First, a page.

ORNL researchers used neutrons to reveal the molecular details of how a key protein (the papain-like protease, or “PLpro”) from SARS-CoV-2—the virus that causes COVID-19—links up to form a paired-structure, or “complex,” with a human protein named interferon-stimulated gene 15 (ISG15). PLpro strips ISG15 from other human cellular proteins to aid SARS-CoV-2 in evading the immune response. Understanding how the two proteins interact could aid in developing therapeutic drug treatments that prevent its formation and allow a person’s immune system to better fight the invading virus.

A cousin of table salt could make energy storage faster and safer
UC San Diego scientists used neutron scattering at ORNL to study a material that could be used to make safer, faster-charging batteries. The researchers produced samples of lithium vanadium oxide (Li3V2O5), a “disordered rock salt” similar to table salt but with a certain degree of randomness in the arrangement of its atoms. The samples were placed in a powerful neutron beam that enabled observing the activity of ions inside the material after a voltage was applied.

Ramping up data reduction and analysis
Neutron Sciences has made significant improvements to data reduction software available to users. Four software suites were designed to support specific neutron scattering techniques including powder diffraction, single crystal diffraction, direct geometry spectroscopy, and engineering diffraction. And, to keep up with evolving software and instrument developments, a data reduction tracking tool was created to monitor and provide accurate statistical information on the status of data reduction which, in turn, will allow for more emphasis to be placed on data analysis, analytics, modeling and simulation for improved experiments.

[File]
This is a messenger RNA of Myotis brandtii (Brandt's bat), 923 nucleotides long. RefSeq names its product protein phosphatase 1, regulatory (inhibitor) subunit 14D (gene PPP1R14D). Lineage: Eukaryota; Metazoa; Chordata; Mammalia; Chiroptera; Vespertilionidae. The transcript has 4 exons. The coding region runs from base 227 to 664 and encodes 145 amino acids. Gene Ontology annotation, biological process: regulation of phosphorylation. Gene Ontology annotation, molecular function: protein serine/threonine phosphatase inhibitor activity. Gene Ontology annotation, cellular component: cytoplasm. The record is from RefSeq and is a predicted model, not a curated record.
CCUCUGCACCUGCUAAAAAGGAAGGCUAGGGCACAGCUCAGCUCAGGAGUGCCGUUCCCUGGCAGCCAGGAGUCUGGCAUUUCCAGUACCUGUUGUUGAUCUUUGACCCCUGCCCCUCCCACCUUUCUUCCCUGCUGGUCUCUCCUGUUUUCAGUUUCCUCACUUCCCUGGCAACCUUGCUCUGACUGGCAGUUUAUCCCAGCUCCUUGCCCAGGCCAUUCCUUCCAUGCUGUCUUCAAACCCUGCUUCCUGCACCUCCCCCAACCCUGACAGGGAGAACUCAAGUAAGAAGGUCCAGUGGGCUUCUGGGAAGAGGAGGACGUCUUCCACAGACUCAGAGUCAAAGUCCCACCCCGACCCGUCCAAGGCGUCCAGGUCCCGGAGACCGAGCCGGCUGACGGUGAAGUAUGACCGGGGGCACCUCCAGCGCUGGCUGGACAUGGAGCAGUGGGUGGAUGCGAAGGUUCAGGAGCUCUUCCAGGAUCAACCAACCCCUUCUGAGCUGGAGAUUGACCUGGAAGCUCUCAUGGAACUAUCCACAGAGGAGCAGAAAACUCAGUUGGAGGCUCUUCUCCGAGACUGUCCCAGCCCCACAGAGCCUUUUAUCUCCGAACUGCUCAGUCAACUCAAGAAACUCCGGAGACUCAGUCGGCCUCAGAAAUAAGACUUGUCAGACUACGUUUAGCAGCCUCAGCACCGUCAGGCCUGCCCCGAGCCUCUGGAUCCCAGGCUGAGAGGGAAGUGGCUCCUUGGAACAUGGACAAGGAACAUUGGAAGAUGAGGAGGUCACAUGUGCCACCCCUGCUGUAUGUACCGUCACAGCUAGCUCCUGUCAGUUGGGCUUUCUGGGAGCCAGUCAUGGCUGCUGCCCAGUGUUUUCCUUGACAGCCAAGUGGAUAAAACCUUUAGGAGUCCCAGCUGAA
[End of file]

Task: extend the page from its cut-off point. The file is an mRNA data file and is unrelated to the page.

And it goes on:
HFIR upgrades: expanding the cold guide hall and replacing the beryllium reflector
Plans are underway to extend HFIR’s cold guide hall by more than 4,000 square feet to allow for reconfiguring and optimizing the cold guide instruments as well as the addition of new instruments. ORNL is also preparing to replace HFIR’s permanent beryllium reflector and other key reactor core components to sustain and enhance HFIR’s operational performance.

Ongoing COVID-19 investigations
Neutron scattering researchers continued their fundamental investigations into the structure and dynamics of SARS-CoV-2, the virus that causes COVID-19. The critical information obtained at ORNL’s SNS and HFIR is helping researchers and pharmaceutical manufacturers around the world develop novel approaches and therapeutics to stop the pandemic.

‘Hinged’ atomic structures open the door to next-gen solar power materials
Neutrons at ORNL were used to make the most direct observations to date of the atomic motions inside cesium-lead-bromide crystals. In recent years, the material has shown excellent stability and electron transport capabilities, and a better understanding of its dynamics could help scientists optimize the properties in a wide range of similar materials, some of which have demonstrated more than a 25-percent power conversion efficiency, rivaling that of silicon-based materials used in solar power applications.